Do Cancer Survivors Get Mammograms?
Researchers Find Breast Cancer Survivors Aren't Always Getting Screened
Survivors 'Lost in Transition'
Doubeni says it is clear that more attention needs to be paid to follow-up care in the transition from cancer patient to cancer survivor. A report released by the nation's leading independent medical practices advisory group in November of last year makes the same point.
The Institute of Medicine report noted that too many survivors are "lost in transition" once treatment ends. It also called for every cancer survivor to have a comprehensive care summary and follow-up plan in writing that would include a specific schedule for future cancer screenings.
"Right now, many patients and their primary care physicians aren't really clear about what their follow-up needs are," Doubeni says.
Oncologist and breast cancer specialist Kathryn Edmiston, MD, says her relationship with patients does not end with treatment. She believes this is important because nonspecialists may not have the time to address the specific needs of breast cancer survivors.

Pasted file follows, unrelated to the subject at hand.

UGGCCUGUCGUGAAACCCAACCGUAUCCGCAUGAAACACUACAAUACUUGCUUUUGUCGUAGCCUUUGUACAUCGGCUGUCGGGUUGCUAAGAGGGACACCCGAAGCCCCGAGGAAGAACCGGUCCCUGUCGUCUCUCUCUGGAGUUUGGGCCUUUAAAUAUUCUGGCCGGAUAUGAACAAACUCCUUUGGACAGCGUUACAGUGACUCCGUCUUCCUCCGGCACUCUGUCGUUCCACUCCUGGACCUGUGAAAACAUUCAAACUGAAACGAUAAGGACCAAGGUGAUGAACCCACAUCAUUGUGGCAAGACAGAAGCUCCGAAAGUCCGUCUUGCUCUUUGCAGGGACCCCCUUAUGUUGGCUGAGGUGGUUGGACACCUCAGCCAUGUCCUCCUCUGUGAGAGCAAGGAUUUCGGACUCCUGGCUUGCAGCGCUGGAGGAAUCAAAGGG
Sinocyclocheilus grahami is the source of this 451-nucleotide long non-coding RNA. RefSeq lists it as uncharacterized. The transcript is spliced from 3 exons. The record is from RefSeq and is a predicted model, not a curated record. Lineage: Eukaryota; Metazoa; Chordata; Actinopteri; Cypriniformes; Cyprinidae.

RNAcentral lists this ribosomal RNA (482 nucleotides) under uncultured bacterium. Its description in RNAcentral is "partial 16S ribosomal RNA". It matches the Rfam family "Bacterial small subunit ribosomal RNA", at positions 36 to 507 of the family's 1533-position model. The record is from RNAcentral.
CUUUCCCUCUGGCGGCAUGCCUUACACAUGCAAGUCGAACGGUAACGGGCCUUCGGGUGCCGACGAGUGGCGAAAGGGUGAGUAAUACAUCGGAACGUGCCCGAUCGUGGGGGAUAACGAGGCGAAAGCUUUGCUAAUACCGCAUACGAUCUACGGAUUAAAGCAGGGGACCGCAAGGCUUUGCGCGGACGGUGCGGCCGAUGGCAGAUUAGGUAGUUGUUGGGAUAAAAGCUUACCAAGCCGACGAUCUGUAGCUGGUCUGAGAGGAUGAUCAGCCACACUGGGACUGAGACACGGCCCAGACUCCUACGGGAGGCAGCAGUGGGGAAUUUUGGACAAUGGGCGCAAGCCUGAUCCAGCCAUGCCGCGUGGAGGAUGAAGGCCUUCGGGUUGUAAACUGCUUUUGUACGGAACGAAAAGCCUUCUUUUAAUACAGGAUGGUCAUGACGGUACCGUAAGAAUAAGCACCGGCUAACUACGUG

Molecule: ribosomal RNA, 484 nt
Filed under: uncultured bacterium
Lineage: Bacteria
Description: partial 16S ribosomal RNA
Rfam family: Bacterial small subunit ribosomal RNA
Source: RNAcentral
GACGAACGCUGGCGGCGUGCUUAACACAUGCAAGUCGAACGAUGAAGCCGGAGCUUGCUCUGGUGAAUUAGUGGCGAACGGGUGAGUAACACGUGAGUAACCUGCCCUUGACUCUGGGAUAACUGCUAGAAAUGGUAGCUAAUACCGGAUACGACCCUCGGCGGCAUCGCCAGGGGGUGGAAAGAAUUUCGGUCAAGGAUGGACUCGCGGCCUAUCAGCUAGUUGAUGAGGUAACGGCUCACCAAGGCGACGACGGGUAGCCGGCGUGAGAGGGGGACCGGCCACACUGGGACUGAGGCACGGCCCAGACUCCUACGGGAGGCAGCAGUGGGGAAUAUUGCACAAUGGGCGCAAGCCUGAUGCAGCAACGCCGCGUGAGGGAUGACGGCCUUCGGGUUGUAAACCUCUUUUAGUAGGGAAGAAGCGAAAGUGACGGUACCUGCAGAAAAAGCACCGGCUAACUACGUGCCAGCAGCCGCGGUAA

"If you have 20 minutes with your primary care provider, the breast cancer you were treated for five or 10 years ago may not be what you discuss."
But the treatment of a host of conditions women face as they age, including menopause-related hot flashes and osteoporosis, may be different for breast cancer survivors.
Edmiston continues to see patients annually for the rest of their lives or until they decide to end the relationship. The practice is considered the standard of care at UMass Memorial Hospital, where she works.
"Women who have been treated for breast cancer remain at risk, and they should be followed by their oncologist for as long as they need to be," she says.